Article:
tulip-leaf, and on this the little maiden could sit, and row from one side of the plate to the other, with two white horse-hairs for oars. That looked pretty indeed! She could also sing, and, indeed, so delicately and sweetly, that the like had never been heard.
One night as she lay in her pretty bed, there came a horrid old Toad hopping in at the window, in which one pane was broken. The Toad was very ugly, big, and damp: it hopped straight down upon the table, where Thumbelina lay sleeping under the red rose-leaf.
'That would be a handsome wife for my son,' said the Toad; and she took the walnut-shell in which Thumbelina lay asleep, and hopped with it through the window down into the garden.
There ran a great broad brook; but the margin was swampy and soft, and here the Toad dwelt with her son. Ugh! he was ugly, and looked just like his mother. 'Croak! croak! brek kek-kex!' that was all he could say when he saw the graceful little maiden in the walnut-shell.
'Don't speak so loud, or she will awake,' said the old Toad. 'She might run away from us yet, for she is as light as a bit of swan's-down. We will put her out in the brook upon one of the broad water-lily leaves. That will be just like an island for her, she is so small and light. Then she can't get away, while we put the state-room under the mud in order, where you are to live and keep house together.'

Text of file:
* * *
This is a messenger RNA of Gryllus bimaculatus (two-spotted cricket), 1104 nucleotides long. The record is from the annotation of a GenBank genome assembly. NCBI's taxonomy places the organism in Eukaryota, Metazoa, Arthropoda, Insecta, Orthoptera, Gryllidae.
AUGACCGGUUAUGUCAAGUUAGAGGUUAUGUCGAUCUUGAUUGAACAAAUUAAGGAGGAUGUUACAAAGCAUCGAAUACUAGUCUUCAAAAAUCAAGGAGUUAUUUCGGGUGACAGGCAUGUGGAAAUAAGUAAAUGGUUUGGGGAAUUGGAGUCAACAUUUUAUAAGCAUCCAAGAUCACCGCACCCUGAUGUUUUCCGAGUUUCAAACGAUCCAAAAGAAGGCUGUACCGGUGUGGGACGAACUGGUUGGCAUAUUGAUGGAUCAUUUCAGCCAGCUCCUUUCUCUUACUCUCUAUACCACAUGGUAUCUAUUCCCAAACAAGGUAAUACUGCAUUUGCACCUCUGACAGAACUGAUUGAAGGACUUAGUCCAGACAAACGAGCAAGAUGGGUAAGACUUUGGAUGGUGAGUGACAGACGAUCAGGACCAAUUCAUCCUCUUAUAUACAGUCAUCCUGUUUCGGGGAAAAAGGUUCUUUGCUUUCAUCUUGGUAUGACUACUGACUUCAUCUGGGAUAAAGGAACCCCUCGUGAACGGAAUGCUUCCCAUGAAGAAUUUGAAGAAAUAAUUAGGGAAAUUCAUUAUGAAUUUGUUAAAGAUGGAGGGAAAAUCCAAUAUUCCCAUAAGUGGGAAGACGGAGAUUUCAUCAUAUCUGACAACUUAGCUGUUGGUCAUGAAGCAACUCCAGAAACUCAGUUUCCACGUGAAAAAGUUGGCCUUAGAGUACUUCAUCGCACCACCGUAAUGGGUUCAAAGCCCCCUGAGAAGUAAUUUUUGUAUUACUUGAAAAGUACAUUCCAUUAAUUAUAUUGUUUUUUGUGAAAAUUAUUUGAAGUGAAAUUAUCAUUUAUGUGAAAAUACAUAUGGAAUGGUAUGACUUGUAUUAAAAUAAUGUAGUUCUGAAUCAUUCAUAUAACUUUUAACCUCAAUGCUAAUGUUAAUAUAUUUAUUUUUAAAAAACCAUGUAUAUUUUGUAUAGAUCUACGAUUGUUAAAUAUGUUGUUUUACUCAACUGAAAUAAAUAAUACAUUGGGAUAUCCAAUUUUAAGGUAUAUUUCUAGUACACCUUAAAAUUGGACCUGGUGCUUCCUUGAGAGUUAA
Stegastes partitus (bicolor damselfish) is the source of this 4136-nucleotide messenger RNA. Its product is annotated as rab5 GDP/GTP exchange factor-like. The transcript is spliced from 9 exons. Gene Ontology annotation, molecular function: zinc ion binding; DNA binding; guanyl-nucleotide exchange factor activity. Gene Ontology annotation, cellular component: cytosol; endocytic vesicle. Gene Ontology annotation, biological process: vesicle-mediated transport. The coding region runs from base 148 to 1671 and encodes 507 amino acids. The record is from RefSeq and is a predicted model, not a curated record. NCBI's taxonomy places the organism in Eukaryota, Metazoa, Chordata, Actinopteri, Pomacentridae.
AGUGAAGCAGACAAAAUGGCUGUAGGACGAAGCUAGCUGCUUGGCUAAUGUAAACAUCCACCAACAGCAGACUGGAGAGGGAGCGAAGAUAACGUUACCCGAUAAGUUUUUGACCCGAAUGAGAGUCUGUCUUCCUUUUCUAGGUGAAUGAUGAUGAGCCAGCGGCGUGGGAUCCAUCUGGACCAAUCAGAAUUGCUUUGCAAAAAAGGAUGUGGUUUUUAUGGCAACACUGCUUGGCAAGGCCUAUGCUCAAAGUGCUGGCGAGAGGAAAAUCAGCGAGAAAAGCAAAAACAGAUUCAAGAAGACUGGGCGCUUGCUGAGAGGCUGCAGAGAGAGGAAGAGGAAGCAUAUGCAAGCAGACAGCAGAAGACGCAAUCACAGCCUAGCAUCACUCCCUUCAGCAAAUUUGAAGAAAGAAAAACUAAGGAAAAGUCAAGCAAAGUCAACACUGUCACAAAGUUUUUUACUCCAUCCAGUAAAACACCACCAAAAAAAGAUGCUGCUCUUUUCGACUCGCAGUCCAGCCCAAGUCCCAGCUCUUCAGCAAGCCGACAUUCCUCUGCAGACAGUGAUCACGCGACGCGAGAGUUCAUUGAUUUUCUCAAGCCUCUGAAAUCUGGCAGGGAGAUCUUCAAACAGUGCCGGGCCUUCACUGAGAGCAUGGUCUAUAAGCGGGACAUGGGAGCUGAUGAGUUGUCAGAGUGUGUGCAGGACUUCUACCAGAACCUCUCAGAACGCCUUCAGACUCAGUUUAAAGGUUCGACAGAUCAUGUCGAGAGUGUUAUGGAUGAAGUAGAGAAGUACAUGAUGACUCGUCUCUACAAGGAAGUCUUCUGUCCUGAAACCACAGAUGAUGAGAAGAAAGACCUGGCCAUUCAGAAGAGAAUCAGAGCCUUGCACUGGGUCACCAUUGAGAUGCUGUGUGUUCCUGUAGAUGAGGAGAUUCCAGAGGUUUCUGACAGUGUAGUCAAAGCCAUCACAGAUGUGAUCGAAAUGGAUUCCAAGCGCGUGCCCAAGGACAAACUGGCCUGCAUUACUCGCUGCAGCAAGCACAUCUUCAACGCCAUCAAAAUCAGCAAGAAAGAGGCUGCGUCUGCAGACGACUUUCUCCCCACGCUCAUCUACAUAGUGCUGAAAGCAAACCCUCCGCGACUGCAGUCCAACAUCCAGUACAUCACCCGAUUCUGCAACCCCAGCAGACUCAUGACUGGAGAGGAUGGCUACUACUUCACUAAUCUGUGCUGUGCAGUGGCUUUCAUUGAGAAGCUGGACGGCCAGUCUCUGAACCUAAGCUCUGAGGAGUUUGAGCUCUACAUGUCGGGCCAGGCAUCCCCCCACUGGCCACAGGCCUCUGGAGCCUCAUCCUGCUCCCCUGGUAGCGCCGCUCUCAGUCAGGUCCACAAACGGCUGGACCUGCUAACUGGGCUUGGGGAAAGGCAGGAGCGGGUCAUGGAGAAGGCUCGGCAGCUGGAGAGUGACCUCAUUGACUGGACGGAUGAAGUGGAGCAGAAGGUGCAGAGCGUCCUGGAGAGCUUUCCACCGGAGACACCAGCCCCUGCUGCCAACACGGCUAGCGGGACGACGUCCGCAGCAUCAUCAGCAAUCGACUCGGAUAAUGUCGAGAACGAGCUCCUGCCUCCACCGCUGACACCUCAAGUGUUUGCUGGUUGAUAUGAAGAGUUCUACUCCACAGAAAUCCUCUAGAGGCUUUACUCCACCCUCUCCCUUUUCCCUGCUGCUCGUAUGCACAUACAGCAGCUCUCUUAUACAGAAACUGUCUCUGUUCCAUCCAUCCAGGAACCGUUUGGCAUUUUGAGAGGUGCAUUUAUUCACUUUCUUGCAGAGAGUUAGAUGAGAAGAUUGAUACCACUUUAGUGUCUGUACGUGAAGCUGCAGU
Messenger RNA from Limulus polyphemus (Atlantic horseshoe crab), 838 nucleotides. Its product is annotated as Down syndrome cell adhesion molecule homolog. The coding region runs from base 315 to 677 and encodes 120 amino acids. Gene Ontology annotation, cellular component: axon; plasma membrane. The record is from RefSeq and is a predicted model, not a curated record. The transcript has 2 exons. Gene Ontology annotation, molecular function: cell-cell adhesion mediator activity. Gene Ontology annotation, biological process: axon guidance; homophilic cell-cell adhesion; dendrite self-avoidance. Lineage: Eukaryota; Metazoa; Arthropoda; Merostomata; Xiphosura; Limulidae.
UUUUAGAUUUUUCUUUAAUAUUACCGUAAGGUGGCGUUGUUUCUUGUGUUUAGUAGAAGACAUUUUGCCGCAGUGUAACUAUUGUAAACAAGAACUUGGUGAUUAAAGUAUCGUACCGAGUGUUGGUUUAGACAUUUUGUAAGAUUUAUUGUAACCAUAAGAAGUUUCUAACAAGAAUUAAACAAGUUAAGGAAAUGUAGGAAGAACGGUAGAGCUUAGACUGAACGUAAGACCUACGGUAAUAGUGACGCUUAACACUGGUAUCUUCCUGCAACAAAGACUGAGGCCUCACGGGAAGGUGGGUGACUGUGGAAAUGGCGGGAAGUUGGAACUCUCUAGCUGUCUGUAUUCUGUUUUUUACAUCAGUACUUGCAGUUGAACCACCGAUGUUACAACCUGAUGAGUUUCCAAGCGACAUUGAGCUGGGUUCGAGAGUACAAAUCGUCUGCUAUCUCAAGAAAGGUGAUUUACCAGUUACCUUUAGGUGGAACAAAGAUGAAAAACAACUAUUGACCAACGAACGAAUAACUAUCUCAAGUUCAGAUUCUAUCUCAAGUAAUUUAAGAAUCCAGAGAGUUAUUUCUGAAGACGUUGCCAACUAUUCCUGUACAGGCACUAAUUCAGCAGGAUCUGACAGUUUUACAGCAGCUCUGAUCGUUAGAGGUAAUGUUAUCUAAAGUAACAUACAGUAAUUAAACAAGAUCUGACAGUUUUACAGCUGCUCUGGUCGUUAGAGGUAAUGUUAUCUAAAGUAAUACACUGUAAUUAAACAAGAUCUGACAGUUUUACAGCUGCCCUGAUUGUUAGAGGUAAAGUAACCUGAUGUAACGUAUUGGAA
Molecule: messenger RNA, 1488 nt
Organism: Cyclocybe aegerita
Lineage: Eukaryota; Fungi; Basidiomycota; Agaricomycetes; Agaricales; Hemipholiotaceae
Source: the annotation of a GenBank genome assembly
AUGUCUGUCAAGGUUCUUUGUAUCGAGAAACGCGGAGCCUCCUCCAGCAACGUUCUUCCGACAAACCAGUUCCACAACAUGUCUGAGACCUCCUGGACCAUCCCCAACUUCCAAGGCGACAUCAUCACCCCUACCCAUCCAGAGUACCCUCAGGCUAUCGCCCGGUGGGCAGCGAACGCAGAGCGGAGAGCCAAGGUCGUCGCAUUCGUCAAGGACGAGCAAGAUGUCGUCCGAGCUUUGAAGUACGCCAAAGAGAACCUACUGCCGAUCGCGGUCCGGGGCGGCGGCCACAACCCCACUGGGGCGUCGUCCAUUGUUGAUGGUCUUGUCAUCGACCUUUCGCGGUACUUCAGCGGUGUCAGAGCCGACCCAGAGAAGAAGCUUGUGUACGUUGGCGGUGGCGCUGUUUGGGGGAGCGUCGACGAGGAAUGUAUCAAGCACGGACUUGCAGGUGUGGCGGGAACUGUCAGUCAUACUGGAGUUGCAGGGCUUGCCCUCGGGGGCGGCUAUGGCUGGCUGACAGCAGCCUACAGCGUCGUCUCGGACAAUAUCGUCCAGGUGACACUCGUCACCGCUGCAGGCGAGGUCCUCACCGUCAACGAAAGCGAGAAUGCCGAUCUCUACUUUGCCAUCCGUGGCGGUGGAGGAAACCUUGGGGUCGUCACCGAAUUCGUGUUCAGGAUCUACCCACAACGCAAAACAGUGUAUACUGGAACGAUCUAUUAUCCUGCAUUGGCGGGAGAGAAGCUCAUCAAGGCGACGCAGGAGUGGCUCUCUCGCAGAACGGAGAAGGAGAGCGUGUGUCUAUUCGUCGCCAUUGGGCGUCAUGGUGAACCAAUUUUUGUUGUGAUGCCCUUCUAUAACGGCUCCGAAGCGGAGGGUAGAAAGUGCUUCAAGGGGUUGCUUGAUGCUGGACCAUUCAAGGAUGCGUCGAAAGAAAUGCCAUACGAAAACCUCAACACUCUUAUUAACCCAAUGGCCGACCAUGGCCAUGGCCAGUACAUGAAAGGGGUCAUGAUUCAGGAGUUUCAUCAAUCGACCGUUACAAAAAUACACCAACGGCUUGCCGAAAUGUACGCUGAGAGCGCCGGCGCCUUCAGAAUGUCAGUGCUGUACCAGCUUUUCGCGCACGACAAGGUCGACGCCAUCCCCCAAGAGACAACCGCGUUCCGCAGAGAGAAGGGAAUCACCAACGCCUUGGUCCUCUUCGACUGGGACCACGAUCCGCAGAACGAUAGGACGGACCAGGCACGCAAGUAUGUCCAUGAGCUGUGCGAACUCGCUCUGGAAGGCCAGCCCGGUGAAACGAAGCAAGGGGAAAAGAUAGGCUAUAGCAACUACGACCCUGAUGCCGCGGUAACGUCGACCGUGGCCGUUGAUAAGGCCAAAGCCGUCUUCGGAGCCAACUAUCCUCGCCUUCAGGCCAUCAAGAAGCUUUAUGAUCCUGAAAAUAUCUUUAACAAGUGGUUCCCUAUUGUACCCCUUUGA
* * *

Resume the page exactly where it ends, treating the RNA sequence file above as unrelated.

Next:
Out in the brook there grew many water-lilies with broad green leaves, which looked as if they were floating on the water. The leaf which lay farthest out was also the greatest of all, and to that the old Toad swam out and laid the walnut-shell upon it with Thumbelina. The poor little thing woke early in the morning, and when she saw where she was, she began to cry very bitterly; for there was water on every side of the great green leaf, and she could not get to land at all. The old Toad sat down in the mud, decking out her room with sedges and yellow water-lilies—it was to be made very pretty for the new daughter-in-law; then she swam out, with her ugly son, to the leaf on which Thumbelina was. They wanted to take her pretty